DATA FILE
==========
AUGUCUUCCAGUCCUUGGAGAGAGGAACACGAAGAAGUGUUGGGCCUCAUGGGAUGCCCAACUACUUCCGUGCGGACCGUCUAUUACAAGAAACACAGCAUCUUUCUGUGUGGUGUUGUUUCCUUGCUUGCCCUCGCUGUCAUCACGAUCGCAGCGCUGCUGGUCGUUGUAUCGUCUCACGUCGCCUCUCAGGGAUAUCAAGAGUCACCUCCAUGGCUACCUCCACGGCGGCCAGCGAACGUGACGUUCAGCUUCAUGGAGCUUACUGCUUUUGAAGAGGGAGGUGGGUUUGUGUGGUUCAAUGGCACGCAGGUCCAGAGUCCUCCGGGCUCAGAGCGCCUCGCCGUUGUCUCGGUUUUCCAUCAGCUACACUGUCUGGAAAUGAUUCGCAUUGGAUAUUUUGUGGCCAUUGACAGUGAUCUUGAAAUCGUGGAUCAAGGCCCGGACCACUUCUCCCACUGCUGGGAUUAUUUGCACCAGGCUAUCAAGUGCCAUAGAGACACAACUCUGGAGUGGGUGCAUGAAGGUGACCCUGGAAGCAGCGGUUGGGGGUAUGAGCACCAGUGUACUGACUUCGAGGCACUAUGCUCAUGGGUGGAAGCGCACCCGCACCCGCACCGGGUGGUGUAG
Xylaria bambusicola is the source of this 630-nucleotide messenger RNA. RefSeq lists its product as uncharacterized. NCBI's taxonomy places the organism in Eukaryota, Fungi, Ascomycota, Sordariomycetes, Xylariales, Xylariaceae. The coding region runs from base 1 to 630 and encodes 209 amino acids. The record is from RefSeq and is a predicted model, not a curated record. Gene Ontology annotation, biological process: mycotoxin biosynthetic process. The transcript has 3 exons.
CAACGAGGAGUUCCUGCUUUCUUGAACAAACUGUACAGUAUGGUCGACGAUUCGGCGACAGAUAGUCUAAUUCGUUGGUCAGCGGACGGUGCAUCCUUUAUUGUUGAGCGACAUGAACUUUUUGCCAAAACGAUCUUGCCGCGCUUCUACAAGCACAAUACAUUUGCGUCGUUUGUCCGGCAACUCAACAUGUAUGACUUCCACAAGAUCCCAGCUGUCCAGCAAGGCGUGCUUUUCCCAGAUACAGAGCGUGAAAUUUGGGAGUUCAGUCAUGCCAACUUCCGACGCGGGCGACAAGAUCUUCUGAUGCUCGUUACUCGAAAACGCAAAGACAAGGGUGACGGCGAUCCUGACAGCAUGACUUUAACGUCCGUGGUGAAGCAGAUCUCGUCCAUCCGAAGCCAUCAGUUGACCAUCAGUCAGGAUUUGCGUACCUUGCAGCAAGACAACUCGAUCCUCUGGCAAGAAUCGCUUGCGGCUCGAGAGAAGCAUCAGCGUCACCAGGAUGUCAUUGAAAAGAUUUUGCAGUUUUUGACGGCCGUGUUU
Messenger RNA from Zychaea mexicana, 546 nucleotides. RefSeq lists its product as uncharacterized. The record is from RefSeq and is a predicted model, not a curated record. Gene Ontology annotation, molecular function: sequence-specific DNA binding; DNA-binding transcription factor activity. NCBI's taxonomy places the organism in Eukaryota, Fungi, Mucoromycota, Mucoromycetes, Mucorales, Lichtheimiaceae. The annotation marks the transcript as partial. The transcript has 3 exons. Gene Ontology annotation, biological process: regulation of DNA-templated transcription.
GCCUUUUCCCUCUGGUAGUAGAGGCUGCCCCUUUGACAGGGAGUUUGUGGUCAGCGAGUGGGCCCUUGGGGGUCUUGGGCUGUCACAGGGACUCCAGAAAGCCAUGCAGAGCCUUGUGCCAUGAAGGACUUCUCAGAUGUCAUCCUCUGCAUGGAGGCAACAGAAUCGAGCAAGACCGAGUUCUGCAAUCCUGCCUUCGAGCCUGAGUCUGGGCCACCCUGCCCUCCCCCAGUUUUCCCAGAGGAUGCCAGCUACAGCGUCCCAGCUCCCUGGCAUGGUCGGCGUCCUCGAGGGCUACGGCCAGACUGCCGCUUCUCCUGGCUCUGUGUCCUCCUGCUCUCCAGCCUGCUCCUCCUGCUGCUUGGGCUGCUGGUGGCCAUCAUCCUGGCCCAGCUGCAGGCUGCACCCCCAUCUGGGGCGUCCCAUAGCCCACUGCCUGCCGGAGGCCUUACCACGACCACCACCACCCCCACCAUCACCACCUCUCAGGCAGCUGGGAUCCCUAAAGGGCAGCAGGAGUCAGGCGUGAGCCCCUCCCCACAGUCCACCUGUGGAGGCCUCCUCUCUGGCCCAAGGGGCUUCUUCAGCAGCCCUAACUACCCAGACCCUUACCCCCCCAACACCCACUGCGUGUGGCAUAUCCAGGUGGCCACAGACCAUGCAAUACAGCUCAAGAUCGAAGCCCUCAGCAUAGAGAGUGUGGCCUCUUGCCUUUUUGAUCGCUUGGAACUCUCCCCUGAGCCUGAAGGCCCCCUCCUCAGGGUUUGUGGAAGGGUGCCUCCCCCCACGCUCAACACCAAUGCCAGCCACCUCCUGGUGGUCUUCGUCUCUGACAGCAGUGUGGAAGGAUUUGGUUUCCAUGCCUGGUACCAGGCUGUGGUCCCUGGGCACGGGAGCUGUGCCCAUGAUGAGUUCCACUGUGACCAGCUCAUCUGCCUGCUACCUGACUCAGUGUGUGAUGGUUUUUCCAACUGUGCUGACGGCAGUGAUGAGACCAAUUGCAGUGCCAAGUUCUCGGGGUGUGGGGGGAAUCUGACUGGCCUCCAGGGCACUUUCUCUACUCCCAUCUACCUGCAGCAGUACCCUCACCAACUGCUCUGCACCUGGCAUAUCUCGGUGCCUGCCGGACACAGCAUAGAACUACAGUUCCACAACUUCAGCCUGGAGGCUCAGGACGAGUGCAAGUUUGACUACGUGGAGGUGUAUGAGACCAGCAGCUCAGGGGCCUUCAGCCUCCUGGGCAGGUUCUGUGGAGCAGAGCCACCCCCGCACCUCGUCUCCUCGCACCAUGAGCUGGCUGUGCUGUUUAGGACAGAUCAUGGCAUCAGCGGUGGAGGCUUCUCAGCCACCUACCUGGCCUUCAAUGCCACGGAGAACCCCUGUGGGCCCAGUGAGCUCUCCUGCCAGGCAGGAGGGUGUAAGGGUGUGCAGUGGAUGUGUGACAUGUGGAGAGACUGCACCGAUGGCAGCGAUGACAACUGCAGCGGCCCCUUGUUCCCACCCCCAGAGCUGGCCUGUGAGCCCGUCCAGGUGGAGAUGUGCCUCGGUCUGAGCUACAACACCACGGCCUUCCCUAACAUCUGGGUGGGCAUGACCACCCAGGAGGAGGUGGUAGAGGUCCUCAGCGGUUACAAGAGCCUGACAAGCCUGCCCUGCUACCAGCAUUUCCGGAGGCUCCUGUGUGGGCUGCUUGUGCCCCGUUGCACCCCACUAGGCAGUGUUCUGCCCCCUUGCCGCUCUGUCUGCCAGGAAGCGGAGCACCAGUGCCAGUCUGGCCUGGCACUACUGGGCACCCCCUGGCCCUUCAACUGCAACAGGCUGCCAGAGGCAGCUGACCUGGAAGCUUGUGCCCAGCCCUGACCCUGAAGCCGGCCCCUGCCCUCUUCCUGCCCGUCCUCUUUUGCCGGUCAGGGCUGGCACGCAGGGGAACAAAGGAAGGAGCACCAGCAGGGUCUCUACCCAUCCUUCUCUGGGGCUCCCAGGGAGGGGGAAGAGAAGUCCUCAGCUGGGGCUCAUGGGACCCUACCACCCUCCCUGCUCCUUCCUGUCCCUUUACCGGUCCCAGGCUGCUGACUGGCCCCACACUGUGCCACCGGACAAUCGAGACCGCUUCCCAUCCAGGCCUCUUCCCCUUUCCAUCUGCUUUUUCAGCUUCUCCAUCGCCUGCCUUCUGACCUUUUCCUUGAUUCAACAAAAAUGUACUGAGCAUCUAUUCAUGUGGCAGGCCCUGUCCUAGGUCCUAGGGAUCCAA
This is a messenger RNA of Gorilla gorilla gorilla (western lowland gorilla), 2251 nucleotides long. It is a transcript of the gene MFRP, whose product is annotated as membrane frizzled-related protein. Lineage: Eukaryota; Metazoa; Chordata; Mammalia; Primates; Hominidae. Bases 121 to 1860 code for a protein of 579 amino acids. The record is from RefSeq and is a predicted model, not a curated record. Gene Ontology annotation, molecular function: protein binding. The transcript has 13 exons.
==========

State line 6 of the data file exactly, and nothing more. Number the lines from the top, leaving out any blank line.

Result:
This is a messenger RNA of Gorilla gorilla gorilla (western lowland gorilla), 2251 nucleotides long. It is a transcript of the gene MFRP, whose product is annotated as membrane frizzled-related protein. Lineage: Eukaryota; Metazoa; Chordata; Mammalia; Primates; Hominidae. Bases 121 to 1860 code for a protein of 579 amino acids. The record is from RefSeq and is a predicted model, not a curated record. Gene Ontology annotation, molecular function: protein binding. The transcript has 13 exons.